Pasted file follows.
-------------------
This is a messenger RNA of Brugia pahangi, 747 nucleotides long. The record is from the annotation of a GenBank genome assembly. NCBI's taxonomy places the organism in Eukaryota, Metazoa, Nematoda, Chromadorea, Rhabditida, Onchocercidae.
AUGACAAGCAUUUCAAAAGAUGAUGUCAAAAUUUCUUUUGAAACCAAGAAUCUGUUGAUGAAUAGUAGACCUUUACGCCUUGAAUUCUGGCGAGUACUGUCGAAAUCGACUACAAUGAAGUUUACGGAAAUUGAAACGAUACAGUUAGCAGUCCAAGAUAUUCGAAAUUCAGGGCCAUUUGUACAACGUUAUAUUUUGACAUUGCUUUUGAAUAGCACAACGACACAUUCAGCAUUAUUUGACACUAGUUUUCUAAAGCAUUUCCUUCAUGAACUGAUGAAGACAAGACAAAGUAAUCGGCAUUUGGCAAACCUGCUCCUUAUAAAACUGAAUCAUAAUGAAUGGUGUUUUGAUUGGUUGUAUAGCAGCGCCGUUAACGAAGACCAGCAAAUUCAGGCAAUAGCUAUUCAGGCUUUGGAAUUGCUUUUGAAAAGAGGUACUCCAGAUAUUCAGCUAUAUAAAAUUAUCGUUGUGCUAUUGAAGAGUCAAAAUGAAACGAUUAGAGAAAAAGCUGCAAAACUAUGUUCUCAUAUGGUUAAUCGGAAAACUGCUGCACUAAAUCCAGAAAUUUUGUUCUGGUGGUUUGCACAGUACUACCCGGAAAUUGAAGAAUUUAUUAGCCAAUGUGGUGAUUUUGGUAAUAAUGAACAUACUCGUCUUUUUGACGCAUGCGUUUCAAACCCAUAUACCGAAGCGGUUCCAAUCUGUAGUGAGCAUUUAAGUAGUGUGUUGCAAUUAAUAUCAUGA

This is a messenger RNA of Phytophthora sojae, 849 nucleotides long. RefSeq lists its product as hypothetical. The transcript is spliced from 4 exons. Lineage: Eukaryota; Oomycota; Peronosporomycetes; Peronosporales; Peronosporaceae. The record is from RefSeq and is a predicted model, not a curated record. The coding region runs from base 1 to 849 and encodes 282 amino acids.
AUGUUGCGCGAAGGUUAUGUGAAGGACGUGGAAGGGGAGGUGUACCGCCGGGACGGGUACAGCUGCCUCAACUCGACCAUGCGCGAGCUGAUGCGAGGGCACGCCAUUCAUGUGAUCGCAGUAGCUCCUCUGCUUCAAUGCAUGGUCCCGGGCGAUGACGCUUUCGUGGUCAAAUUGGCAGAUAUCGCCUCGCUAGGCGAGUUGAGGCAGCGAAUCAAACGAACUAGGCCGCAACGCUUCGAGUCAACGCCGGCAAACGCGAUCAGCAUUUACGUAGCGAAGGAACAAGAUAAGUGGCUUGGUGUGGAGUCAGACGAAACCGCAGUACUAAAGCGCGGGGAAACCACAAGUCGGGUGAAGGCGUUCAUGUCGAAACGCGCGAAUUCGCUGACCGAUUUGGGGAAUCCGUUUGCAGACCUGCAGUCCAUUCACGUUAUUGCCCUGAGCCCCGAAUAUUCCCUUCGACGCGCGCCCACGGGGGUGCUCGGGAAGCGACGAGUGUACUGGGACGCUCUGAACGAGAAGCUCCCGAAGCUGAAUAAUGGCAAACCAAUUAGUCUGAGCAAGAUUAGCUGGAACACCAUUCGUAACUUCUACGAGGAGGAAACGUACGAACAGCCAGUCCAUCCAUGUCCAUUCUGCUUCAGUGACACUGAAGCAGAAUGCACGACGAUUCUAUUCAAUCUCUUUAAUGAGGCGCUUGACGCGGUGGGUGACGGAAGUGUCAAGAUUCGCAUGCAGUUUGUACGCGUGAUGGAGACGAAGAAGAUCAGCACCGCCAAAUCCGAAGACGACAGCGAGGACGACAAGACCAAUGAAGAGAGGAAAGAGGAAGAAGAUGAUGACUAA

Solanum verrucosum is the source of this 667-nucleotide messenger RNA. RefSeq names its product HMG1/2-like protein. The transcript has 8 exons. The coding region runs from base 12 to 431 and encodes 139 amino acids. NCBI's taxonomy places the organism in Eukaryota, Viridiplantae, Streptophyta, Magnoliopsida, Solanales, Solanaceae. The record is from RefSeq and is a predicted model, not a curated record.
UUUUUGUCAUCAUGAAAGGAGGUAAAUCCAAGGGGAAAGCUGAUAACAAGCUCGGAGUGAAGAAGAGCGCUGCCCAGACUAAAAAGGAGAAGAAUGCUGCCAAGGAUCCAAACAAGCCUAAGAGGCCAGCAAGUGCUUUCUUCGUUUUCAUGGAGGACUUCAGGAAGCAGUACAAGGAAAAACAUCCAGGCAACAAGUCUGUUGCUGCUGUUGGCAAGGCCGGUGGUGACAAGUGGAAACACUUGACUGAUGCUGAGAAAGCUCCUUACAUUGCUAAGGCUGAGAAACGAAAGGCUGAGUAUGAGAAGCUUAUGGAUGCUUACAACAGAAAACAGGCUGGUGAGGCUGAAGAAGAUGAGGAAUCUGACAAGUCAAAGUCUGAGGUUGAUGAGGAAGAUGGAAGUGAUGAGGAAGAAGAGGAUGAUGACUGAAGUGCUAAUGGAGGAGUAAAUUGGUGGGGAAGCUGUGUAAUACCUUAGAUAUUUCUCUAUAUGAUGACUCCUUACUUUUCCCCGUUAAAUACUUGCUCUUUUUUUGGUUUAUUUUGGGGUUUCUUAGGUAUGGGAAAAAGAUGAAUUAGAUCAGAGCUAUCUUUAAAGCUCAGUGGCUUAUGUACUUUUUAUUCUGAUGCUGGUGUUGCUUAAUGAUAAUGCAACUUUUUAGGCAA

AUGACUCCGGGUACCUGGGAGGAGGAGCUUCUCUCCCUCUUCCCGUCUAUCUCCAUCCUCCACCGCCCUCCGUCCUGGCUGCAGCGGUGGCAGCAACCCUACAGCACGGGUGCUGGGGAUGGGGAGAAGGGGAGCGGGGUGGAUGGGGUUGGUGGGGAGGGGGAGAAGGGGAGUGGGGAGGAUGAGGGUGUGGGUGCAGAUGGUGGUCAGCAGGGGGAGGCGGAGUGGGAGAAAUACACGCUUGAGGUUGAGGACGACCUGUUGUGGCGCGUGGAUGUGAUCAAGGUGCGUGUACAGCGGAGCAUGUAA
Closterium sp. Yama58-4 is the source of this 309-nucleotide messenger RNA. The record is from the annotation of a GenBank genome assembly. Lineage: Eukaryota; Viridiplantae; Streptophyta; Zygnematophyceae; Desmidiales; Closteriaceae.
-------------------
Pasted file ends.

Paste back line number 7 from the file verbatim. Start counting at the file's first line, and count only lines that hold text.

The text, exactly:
AUGACUCCGGGUACCUGGGAGGAGGAGCUUCUCUCCCUCUUCCCGUCUAUCUCCAUCCUCCACCGCCCUCCGUCCUGGCUGCAGCGGUGGCAGCAACCCUACAGCACGGGUGCUGGGGAUGGGGAGAAGGGGAGCGGGGUGGAUGGGGUUGGUGGGGAGGGGGAGAAGGGGAGUGGGGAGGAUGAGGGUGUGGGUGCAGAUGGUGGUCAGCAGGGGGAGGCGGAGUGGGAGAAAUACACGCUUGAGGUUGAGGACGACCUGUUGUGGCGCGUGGAUGUGAUCAAGGUGCGUGUACAGCGGAGCAUGUAA